Fleet business is booming for Clarks Vehicle Conversions, which is celebrating its 30th anniversary this year and is witnessing innovations that are transforming panel vans into “commercial camper vans”. The Doncaster-based company’s growth is being underpinned by a resurgence in fleet demand for light commercial vehicle conversions as businesses grow ever-more confident that the economic recovery is here to stay.
Recently-appointed managing director Darren Lord also highlights an experienced and loyal workforce – known as “Clarkodians” – that “bleed the company” in terms of producing high quality, robust vehicle conversions.
Lord, who joined the company this year, admits he is still getting to know the business, which last year had a turnover of more than £5.6 million and converted more than 1,350 vehicles. A chartered accountant by profession and most recently managing director of fashion branding specialist Nilorn UK, Lord says: “My skills sets are processes, systems, organisational and growing businesses.
“Clarks recognised it was hugely successful and its reputation had been instrumental in its expansion, but the people leading the business had moved into management from the shopfloor. They acknowledged they knew how to build and convert vans, but needed help to further grow the business and the introduction of new skill sets.
“Since arriving here I have been inspired by the passion of the staff. They want to build fantastic vehicles. Their attention to detail and pride in their work is phenomenal,” he adds.
This year the company is forecasting turnover approaching £8m, with a two-year plan to reach £10m. The number of conversions will approach 2,000 in 2015, rising to 2,250- 2,500 in 2016.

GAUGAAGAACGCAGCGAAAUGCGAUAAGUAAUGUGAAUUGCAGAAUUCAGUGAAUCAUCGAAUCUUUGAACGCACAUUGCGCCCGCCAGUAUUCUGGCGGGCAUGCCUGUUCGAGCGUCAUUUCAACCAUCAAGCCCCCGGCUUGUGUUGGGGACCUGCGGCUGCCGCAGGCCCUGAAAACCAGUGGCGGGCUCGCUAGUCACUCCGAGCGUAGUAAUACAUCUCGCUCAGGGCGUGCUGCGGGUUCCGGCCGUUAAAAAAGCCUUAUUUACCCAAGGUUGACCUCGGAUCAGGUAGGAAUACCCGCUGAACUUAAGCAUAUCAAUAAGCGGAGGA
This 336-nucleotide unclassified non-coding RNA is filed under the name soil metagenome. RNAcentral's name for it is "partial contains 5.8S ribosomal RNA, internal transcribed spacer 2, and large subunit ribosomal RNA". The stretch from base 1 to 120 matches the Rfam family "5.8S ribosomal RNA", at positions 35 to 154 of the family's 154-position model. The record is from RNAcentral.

“We have a great skill set within the team and I’m looking at how we can exploit that,” says Lord, who is witnessing the business moving from its traditional heartland of ‘messing’ vehicle conversions – now known as welfare vehicles – into expanding its racking business and more bespoke conversions for a wide variety of customers.
Two years ago, Clarks almost exclusively converted vehicles into welfare vans, but in the past 12 months fleets have opted to introduce new vehicles, having extended replacement cycles through the recession. That has seen a significant influx of van racking work being done, as well as the fitting of accessories from light bars to rear steps and weighing systems to cameras and sensors, additional seats being fitted to crew carriers and ‘light conversions’ including equipping vehicles with robust interior lining and flooring.
To cope with business demand, Clarks has increased its number of production bays from 18 to 20 this year, with potentially more in the pipeline. A compound that could previously hold 190 vehicles is being expanded to accommodate a further 100.
Over the coming months, the company, which employs 67 people, is recruiting another 20 fitters to add to the 26 it currently has, alongside 11 electrical fitters.
While the company’s focus is on the light commercial vehicle sector – from car-derived vans up to the largest panel vans across all makes and models – it does not rule out the conversion of larger vehicles, as well as a move into the refrigerated and non-refrigerated goods vehicle sectors.
Claiming to be one of the largest welfare vehicle converters in the UK and “mid-size” in terms of the whole conversion market, Lord says: “We have no immediate plans to move out of the sub-3.5 tonne sector because we are so busy, but never say never.
“We have the infrastructure in place and a full order book for the next three months, but we must keep that going and that may mean moving into converting larger vehicles. All things are possible. We are seeing specialist converters of larger vehicles moving into our market, so we can make the reverse move, particularly if there is customer demand.”
The company’s client list includes the likes of Northern Gas Networks – currently concluding an order for the racking out of 230 vans for the business – Network Rail, Balfour Beatty, GE Capital, Amey Fleet Services, Amalgamated Construction (AMCO) and Burnt Tree.
In the past two years, Clarks has upped its marketing with the recruitment of David and Melissa Healey as commercial manager and marketing manager respectively.